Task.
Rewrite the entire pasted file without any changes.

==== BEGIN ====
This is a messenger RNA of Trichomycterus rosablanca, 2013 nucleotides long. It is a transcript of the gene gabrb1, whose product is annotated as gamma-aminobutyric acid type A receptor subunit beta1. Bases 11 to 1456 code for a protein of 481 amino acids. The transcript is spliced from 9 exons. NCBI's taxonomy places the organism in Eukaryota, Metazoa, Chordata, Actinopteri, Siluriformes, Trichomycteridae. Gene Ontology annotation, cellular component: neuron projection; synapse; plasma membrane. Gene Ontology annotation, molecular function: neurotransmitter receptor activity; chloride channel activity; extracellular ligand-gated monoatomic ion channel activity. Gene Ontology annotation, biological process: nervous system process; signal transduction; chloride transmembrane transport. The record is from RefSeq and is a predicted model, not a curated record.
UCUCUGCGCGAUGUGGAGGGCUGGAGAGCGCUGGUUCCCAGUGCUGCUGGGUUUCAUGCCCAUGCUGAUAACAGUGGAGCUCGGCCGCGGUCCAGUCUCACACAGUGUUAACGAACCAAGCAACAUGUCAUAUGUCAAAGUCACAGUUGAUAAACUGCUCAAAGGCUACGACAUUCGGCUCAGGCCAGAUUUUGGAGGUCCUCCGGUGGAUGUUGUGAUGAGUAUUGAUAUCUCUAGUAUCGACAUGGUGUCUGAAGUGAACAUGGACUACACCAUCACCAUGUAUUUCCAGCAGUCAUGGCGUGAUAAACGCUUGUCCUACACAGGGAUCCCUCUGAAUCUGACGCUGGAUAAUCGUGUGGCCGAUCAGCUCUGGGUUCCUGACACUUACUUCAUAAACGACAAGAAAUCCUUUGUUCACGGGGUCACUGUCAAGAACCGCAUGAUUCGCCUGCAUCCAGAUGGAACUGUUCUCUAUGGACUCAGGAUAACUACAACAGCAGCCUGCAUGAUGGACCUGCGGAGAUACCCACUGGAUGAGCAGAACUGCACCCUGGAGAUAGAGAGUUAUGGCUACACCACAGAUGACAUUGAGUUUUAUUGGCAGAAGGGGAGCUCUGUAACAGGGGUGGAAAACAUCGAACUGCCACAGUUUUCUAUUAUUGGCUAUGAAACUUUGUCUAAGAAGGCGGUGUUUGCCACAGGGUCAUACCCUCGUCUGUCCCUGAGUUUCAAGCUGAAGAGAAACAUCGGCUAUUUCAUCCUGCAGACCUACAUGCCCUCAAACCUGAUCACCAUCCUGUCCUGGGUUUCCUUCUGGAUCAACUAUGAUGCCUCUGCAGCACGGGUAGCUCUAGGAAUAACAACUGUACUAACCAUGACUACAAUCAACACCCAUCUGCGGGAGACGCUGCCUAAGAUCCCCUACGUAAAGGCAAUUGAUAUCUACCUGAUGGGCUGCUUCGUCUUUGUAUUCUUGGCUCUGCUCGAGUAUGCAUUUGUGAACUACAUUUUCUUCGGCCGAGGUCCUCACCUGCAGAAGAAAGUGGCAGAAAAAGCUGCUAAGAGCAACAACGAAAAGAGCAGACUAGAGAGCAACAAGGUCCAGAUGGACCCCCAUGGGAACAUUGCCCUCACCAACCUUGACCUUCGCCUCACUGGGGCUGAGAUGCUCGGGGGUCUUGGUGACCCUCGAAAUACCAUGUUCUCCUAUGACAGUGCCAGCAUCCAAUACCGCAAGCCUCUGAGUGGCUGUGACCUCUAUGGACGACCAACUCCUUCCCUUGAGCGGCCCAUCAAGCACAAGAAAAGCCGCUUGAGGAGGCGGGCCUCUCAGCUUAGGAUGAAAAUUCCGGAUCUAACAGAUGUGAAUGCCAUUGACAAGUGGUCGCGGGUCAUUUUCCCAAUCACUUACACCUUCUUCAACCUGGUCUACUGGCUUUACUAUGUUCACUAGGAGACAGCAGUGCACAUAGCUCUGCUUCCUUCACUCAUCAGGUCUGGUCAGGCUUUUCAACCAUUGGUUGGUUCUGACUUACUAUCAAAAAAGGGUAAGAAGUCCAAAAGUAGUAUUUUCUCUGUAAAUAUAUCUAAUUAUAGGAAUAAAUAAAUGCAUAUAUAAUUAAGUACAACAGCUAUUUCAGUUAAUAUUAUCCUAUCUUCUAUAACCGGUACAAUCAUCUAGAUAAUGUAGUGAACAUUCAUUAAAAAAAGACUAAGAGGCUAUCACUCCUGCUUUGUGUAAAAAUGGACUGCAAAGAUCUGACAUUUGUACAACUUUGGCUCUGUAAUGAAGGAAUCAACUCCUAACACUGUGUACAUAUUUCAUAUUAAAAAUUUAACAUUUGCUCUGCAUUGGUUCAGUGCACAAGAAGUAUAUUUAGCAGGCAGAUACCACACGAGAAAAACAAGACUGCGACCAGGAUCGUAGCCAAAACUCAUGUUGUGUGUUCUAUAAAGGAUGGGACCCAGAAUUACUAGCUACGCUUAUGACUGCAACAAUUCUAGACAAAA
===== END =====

This is a messenger RNA of Trichomycterus rosablanca, 2013 nucleotides long. It is a transcript of the gene gabrb1, whose product is annotated as gamma-aminobutyric acid type A receptor subunit beta1. Bases 11 to 1456 code for a protein of 481 amino acids. The transcript is spliced from 9 exons. NCBI's taxonomy places the organism in Eukaryota, Metazoa, Chordata, Actinopteri, Siluriformes, Trichomycteridae. Gene Ontology annotation, cellular component: neuron projection; synapse; plasma membrane. Gene Ontology annotation, molecular function: neurotransmitter receptor activity; chloride channel activity; extracellular ligand-gated monoatomic ion channel activity. Gene Ontology annotation, biological process: nervous system process; signal transduction; chloride transmembrane transport. The record is from RefSeq and is a predicted model, not a curated record.
UCUCUGCGCGAUGUGGAGGGCUGGAGAGCGCUGGUUCCCAGUGCUGCUGGGUUUCAUGCCCAUGCUGAUAACAGUGGAGCUCGGCCGCGGUCCAGUCUCACACAGUGUUAACGAACCAAGCAACAUGUCAUAUGUCAAAGUCACAGUUGAUAAACUGCUCAAAGGCUACGACAUUCGGCUCAGGCCAGAUUUUGGAGGUCCUCCGGUGGAUGUUGUGAUGAGUAUUGAUAUCUCUAGUAUCGACAUGGUGUCUGAAGUGAACAUGGACUACACCAUCACCAUGUAUUUCCAGCAGUCAUGGCGUGAUAAACGCUUGUCCUACACAGGGAUCCCUCUGAAUCUGACGCUGGAUAAUCGUGUGGCCGAUCAGCUCUGGGUUCCUGACACUUACUUCAUAAACGACAAGAAAUCCUUUGUUCACGGGGUCACUGUCAAGAACCGCAUGAUUCGCCUGCAUCCAGAUGGAACUGUUCUCUAUGGACUCAGGAUAACUACAACAGCAGCCUGCAUGAUGGACCUGCGGAGAUACCCACUGGAUGAGCAGAACUGCACCCUGGAGAUAGAGAGUUAUGGCUACACCACAGAUGACAUUGAGUUUUAUUGGCAGAAGGGGAGCUCUGUAACAGGGGUGGAAAACAUCGAACUGCCACAGUUUUCUAUUAUUGGCUAUGAAACUUUGUCUAAGAAGGCGGUGUUUGCCACAGGGUCAUACCCUCGUCUGUCCCUGAGUUUCAAGCUGAAGAGAAACAUCGGCUAUUUCAUCCUGCAGACCUACAUGCCCUCAAACCUGAUCACCAUCCUGUCCUGGGUUUCCUUCUGGAUCAACUAUGAUGCCUCUGCAGCACGGGUAGCUCUAGGAAUAACAACUGUACUAACCAUGACUACAAUCAACACCCAUCUGCGGGAGACGCUGCCUAAGAUCCCCUACGUAAAGGCAAUUGAUAUCUACCUGAUGGGCUGCUUCGUCUUUGUAUUCUUGGCUCUGCUCGAGUAUGCAUUUGUGAACUACAUUUUCUUCGGCCGAGGUCCUCACCUGCAGAAGAAAGUGGCAGAAAAAGCUGCUAAGAGCAACAACGAAAAGAGCAGACUAGAGAGCAACAAGGUCCAGAUGGACCCCCAUGGGAACAUUGCCCUCACCAACCUUGACCUUCGCCUCACUGGGGCUGAGAUGCUCGGGGGUCUUGGUGACCCUCGAAAUACCAUGUUCUCCUAUGACAGUGCCAGCAUCCAAUACCGCAAGCCUCUGAGUGGCUGUGACCUCUAUGGACGACCAACUCCUUCCCUUGAGCGGCCCAUCAAGCACAAGAAAAGCCGCUUGAGGAGGCGGGCCUCUCAGCUUAGGAUGAAAAUUCCGGAUCUAACAGAUGUGAAUGCCAUUGACAAGUGGUCGCGGGUCAUUUUCCCAAUCACUUACACCUUCUUCAACCUGGUCUACUGGCUUUACUAUGUUCACUAGGAGACAGCAGUGCACAUAGCUCUGCUUCCUUCACUCAUCAGGUCUGGUCAGGCUUUUCAACCAUUGGUUGGUUCUGACUUACUAUCAAAAAAGGGUAAGAAGUCCAAAAGUAGUAUUUUCUCUGUAAAUAUAUCUAAUUAUAGGAAUAAAUAAAUGCAUAUAUAAUUAAGUACAACAGCUAUUUCAGUUAAUAUUAUCCUAUCUUCUAUAACCGGUACAAUCAUCUAGAUAAUGUAGUGAACAUUCAUUAAAAAAAGACUAAGAGGCUAUCACUCCUGCUUUGUGUAAAAAUGGACUGCAAAGAUCUGACAUUUGUACAACUUUGGCUCUGUAAUGAAGGAAUCAACUCCUAACACUGUGUACAUAUUUCAUAUUAAAAAUUUAACAUUUGCUCUGCAUUGGUUCAGUGCACAAGAAGUAUAUUUAGCAGGCAGAUACCACACGAGAAAAACAAGACUGCGACCAGGAUCGUAGCCAAAACUCAUGUUGUGUGUUCUAUAAAGGAUGGGACCCAGAAUUACUAGCUACGCUUAUGACUGCAACAAUUCUAGACAAAA